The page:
Last reviewed: April 2022
It’s a common design pattern to route visitors to a new page when they successfully submit a form. But figuring out how to get that route working can be tricky. Do you need a
_redirects file? (Spoiler alert: no.) Are your form attributes set up correctly to work with Netlify? When you’re deciding which routing functions to use, do you start at the framework (React, Vue) level, the static site generator (Gatsby, Nuxt) level, or somewhere else?
This post links to examples of custom success pages with two popular static site generators: Gatsby (React) and Nuxt (Vue). You’ll see that many of the elements of these forms are exactly the same! And once you get the hang of the similarities, we hope it’ll become easier to understand the differences and apply what you learn to other frameworks that we don’t cover here. There’s also a separate post all about Netlify forms that I highly recommend checking out: [Support Guide] Form problems, form debugging, 404 when submitting and keep in mind that what follows are just a few ways to do forms on Netlify. There are certainly other ways, and we’d love to hear how else you’re doing custom success pages.
If you want to cut to the chase, the code is here and both examples include comments that link out to additional references:
Note that these are bare bones examples of forms that only accept text—not files—so they use the
"Content-Type": "application/x-www-form-urlencoded" HTTP request header. This is why they both require a URL encoding function, explained below. These examples don’t implement fancy things like file submissions or reCAPTCHA; the idea was to focus mainly on the custom success page.
Putting the pieces together
At a high level, the pieces you need in order to submit text and then route to a custom success page, regardless of what framework you’re using, are:
- The form body
- The POST request
- The route to the success page
- The success page itself
The form body
- This is covered extensively in the support guide linked above and in our docs.
The POST request
- You need to send specific
Content-Typeheaders that differ depending on what kind of content users are submitting in your form. These are described in the [Common Issue] above.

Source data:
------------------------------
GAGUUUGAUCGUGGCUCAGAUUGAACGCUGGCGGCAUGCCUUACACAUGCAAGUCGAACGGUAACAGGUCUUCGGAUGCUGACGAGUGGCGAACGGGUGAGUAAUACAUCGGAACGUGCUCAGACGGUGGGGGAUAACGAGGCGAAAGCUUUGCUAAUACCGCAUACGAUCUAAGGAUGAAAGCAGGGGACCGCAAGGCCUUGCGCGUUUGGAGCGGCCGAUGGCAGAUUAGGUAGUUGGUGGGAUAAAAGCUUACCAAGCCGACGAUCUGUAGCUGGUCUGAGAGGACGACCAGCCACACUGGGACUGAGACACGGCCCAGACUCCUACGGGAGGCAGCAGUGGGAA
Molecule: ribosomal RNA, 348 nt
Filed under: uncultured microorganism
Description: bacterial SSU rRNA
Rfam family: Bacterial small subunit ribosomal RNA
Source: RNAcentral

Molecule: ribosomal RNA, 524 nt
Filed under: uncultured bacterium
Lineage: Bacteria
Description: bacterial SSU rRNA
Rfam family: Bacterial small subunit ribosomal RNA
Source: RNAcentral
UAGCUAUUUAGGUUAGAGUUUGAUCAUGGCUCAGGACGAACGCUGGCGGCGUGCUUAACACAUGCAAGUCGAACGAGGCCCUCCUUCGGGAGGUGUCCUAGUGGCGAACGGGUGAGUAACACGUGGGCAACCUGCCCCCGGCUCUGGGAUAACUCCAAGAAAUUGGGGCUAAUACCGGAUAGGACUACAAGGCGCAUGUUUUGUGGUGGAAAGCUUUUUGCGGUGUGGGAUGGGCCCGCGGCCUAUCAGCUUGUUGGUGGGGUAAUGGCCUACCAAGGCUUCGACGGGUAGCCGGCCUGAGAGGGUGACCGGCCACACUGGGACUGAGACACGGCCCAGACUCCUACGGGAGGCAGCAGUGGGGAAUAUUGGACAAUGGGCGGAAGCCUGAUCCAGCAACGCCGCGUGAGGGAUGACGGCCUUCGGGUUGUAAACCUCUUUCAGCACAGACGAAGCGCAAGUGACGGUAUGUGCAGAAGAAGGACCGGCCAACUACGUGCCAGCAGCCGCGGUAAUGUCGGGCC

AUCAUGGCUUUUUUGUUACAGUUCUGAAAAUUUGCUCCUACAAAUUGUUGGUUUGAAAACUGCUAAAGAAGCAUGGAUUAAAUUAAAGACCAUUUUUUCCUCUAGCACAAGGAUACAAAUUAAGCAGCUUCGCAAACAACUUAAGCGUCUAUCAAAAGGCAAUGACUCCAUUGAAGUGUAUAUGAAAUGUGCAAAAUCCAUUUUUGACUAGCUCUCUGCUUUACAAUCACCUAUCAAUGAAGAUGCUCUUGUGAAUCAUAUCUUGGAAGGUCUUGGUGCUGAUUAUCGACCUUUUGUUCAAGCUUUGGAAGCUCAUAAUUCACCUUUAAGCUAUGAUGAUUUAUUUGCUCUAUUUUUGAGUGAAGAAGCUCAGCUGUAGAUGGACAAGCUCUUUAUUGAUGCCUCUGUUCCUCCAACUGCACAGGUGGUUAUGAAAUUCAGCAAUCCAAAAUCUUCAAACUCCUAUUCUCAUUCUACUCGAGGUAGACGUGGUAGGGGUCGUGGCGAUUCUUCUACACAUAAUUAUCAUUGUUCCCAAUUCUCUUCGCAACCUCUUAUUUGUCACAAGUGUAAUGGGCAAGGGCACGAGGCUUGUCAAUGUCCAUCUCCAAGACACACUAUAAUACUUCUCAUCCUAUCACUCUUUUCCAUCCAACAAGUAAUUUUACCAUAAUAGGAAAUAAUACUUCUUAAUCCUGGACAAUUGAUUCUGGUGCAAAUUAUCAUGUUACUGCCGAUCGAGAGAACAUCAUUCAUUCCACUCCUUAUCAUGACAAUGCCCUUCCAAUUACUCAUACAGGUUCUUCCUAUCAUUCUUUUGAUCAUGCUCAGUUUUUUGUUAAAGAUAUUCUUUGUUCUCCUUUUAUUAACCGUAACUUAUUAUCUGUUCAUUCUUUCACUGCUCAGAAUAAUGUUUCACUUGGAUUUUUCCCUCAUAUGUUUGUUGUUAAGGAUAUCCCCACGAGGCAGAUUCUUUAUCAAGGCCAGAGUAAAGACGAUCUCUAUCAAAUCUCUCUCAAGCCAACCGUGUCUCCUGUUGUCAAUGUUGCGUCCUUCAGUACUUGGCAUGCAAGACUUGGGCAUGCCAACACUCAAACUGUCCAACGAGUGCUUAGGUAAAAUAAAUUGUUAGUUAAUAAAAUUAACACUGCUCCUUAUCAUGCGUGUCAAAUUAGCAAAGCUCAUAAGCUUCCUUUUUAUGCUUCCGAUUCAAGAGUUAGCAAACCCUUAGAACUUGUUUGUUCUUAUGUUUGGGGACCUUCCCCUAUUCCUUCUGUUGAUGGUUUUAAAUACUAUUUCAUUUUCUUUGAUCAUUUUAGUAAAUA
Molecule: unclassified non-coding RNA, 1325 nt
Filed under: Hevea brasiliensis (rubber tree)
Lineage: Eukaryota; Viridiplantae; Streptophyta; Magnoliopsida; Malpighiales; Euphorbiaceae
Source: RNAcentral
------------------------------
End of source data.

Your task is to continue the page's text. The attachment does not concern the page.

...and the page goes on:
- You need to encode the form! This snags many a Netlify form builder. In the examples above, you’ll see two slightly different encoding functions that do the same thing: they take in your form data and encode it as a URL.
The route to the success page
- In both code examples above, you’ll see that the routing step happens in the
handleSubmitfunction and nowhere else.
- The functions themselves differ by framework and static site generator.
- With Nuxt, you can use Vue’s
- With Gatsby, you can use the
navigatehelper function, which uses the Reach Router library under the hood: Reach Router: Next Generation Routing for React
- For other stacks, I would start by looking at the docs for the static site generator. You’re looking for programmatic or dynamic routing, and there is usually a concept of “pushing” the new route to your browser’s history. If you don’t find what you need there, it’s time to look to the framework for the idiomatic way to do client-side routing. Remember: if you end up reading docs about server-side routing, stop what you’re doing and slowly back away into the bushes! Netlify (and the JAMStack in general) prerenders your site and serves the site’s static files from a CDN; there is no web server at runtime.
- With Nuxt, you can use Vue’s
The success page itself
- In both Gatsby/React and Nuxt/Vue, this lives in
/pagesalongside your primary “home” page. There are tons of ways to make this page—with or without components, with functional or class components, with or without additional methods or styling. All of that is up to you, but the page itself does need to exist and its name needs to correspond to the route in your
There you have it! A few ways to do forms with custom success pages on Netlify. We know there are many other ways (like adding an
action attribute to the
<form> tag which is covered in our docs), so let us know below how you’re doing custom success pages for your Gatsby/React and Nuxt/Vue forms.
And as always, if you need help troubleshooting, please create a new post, and we’ll do our best to unstick you.